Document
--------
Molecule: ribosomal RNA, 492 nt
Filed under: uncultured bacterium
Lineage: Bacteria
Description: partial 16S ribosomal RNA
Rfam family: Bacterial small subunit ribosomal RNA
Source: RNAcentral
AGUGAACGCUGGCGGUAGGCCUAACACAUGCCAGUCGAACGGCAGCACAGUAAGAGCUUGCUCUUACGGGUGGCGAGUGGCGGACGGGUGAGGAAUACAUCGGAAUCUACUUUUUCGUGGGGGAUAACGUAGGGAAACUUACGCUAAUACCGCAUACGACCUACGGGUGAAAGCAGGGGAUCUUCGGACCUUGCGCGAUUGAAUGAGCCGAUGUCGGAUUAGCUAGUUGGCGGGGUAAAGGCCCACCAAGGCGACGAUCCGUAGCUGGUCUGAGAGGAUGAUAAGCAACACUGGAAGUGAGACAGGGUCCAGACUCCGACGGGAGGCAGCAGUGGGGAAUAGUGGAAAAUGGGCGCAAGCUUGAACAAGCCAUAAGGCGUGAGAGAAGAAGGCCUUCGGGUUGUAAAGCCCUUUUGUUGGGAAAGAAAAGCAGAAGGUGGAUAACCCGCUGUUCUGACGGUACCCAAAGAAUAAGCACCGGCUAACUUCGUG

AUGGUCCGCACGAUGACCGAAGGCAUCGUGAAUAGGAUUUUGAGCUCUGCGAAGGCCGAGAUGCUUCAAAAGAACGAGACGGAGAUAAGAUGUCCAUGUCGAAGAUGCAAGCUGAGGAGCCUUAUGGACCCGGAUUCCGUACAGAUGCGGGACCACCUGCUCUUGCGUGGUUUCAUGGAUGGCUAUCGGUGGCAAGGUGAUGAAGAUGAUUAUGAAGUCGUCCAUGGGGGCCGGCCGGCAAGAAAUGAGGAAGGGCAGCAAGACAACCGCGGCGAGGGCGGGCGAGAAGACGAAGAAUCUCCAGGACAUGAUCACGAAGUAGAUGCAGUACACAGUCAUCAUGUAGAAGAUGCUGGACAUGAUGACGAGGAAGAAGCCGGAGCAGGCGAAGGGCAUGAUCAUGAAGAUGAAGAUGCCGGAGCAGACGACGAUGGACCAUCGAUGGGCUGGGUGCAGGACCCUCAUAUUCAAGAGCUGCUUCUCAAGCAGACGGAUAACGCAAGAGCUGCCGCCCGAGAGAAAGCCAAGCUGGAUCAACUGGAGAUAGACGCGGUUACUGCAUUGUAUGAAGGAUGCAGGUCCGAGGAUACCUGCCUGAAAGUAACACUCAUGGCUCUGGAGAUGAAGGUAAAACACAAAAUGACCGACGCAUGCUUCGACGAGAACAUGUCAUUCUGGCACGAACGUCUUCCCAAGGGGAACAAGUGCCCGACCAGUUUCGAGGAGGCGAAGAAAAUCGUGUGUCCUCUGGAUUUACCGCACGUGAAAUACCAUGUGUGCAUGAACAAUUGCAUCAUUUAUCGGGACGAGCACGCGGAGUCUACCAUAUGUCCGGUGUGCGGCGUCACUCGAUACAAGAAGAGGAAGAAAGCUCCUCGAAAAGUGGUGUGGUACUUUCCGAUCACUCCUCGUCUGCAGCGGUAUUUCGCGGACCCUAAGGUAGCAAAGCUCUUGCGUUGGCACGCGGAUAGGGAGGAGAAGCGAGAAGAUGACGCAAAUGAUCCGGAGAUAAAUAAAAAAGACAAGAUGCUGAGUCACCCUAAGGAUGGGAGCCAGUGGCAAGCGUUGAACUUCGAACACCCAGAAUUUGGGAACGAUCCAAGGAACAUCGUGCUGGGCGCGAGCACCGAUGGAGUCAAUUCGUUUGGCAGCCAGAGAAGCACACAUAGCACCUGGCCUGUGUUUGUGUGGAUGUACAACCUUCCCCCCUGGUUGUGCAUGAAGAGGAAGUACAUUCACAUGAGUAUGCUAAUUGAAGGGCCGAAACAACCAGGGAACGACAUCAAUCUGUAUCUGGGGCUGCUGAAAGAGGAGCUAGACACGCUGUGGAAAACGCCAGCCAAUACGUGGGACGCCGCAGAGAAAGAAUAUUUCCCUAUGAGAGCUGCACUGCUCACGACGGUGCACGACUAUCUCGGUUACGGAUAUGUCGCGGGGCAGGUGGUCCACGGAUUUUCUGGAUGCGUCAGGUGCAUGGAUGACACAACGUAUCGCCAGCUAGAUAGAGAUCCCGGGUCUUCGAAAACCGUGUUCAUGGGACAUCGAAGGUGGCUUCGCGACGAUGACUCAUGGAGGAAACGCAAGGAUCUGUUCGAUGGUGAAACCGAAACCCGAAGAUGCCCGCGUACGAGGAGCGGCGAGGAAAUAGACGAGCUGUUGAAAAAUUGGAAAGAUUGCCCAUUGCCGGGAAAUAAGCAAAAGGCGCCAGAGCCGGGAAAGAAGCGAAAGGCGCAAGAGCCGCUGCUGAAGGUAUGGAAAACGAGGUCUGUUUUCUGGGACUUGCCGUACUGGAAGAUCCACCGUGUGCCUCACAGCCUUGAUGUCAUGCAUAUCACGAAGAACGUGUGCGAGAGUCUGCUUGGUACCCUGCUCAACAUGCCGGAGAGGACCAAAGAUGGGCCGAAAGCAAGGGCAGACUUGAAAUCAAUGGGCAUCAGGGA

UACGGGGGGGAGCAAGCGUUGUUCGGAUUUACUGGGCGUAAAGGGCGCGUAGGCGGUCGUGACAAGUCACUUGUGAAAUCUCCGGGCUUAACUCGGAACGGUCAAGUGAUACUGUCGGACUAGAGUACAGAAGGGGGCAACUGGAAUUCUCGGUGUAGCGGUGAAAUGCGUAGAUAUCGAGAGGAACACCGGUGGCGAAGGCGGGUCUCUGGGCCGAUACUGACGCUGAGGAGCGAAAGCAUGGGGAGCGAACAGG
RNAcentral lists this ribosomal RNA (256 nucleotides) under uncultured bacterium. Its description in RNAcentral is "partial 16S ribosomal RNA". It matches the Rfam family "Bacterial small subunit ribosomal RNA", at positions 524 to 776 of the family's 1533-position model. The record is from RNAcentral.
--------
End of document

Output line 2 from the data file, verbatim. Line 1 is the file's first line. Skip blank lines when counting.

Filed under: uncultured bacterium